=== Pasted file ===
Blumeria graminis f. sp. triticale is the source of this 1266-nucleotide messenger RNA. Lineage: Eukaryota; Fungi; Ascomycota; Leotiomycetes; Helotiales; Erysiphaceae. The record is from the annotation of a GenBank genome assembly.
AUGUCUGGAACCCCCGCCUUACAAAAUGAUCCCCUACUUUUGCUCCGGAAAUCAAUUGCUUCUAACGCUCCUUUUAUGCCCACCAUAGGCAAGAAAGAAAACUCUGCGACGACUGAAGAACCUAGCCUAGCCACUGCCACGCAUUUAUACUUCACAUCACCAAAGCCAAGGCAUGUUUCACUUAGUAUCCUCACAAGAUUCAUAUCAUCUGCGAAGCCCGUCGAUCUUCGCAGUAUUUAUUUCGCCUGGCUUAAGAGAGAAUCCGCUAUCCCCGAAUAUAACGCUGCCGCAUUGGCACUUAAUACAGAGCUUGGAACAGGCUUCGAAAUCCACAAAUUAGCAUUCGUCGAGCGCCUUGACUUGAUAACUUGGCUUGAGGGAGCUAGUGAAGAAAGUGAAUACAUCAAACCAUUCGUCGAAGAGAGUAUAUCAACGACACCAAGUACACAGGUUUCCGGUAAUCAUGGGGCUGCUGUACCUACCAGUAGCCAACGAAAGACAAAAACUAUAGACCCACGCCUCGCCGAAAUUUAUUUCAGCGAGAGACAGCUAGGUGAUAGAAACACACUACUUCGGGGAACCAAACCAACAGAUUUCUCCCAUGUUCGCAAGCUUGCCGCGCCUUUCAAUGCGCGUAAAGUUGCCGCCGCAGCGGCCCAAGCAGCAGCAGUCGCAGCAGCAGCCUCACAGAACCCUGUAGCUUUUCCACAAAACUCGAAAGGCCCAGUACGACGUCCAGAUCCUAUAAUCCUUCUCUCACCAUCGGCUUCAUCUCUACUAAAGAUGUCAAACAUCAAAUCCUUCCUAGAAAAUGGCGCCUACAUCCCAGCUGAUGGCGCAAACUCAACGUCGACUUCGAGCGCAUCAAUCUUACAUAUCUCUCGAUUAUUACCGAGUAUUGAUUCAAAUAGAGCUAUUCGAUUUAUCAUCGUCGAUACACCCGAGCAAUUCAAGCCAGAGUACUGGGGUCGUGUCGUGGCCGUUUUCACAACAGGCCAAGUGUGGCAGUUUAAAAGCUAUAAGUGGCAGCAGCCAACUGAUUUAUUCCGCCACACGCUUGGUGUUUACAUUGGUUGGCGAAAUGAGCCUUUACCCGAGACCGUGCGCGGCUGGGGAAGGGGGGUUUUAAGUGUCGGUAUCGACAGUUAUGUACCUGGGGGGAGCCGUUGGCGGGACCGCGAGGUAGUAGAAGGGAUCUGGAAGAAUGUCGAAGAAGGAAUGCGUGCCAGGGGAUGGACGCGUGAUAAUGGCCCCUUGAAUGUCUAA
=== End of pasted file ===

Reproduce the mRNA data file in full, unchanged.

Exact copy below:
Blumeria graminis f. sp. triticale is the source of this 1266-nucleotide messenger RNA. Lineage: Eukaryota; Fungi; Ascomycota; Leotiomycetes; Helotiales; Erysiphaceae. The record is from the annotation of a GenBank genome assembly.
AUGUCUGGAACCCCCGCCUUACAAAAUGAUCCCCUACUUUUGCUCCGGAAAUCAAUUGCUUCUAACGCUCCUUUUAUGCCCACCAUAGGCAAGAAAGAAAACUCUGCGACGACUGAAGAACCUAGCCUAGCCACUGCCACGCAUUUAUACUUCACAUCACCAAAGCCAAGGCAUGUUUCACUUAGUAUCCUCACAAGAUUCAUAUCAUCUGCGAAGCCCGUCGAUCUUCGCAGUAUUUAUUUCGCCUGGCUUAAGAGAGAAUCCGCUAUCCCCGAAUAUAACGCUGCCGCAUUGGCACUUAAUACAGAGCUUGGAACAGGCUUCGAAAUCCACAAAUUAGCAUUCGUCGAGCGCCUUGACUUGAUAACUUGGCUUGAGGGAGCUAGUGAAGAAAGUGAAUACAUCAAACCAUUCGUCGAAGAGAGUAUAUCAACGACACCAAGUACACAGGUUUCCGGUAAUCAUGGGGCUGCUGUACCUACCAGUAGCCAACGAAAGACAAAAACUAUAGACCCACGCCUCGCCGAAAUUUAUUUCAGCGAGAGACAGCUAGGUGAUAGAAACACACUACUUCGGGGAACCAAACCAACAGAUUUCUCCCAUGUUCGCAAGCUUGCCGCGCCUUUCAAUGCGCGUAAAGUUGCCGCCGCAGCGGCCCAAGCAGCAGCAGUCGCAGCAGCAGCCUCACAGAACCCUGUAGCUUUUCCACAAAACUCGAAAGGCCCAGUACGACGUCCAGAUCCUAUAAUCCUUCUCUCACCAUCGGCUUCAUCUCUACUAAAGAUGUCAAACAUCAAAUCCUUCCUAGAAAAUGGCGCCUACAUCCCAGCUGAUGGCGCAAACUCAACGUCGACUUCGAGCGCAUCAAUCUUACAUAUCUCUCGAUUAUUACCGAGUAUUGAUUCAAAUAGAGCUAUUCGAUUUAUCAUCGUCGAUACACCCGAGCAAUUCAAGCCAGAGUACUGGGGUCGUGUCGUGGCCGUUUUCACAACAGGCCAAGUGUGGCAGUUUAAAAGCUAUAAGUGGCAGCAGCCAACUGAUUUAUUCCGCCACACGCUUGGUGUUUACAUUGGUUGGCGAAAUGAGCCUUUACCCGAGACCGUGCGCGGCUGGGGAAGGGGGGUUUUAAGUGUCGGUAUCGACAGUUAUGUACCUGGGGGGAGCCGUUGGCGGGACCGCGAGGUAGUAGAAGGGAUCUGGAAGAAUGUCGAAGAAGGAAUGCGUGCCAGGGGAUGGACGCGUGAUAAUGGCCCCUUGAAUGUCUAA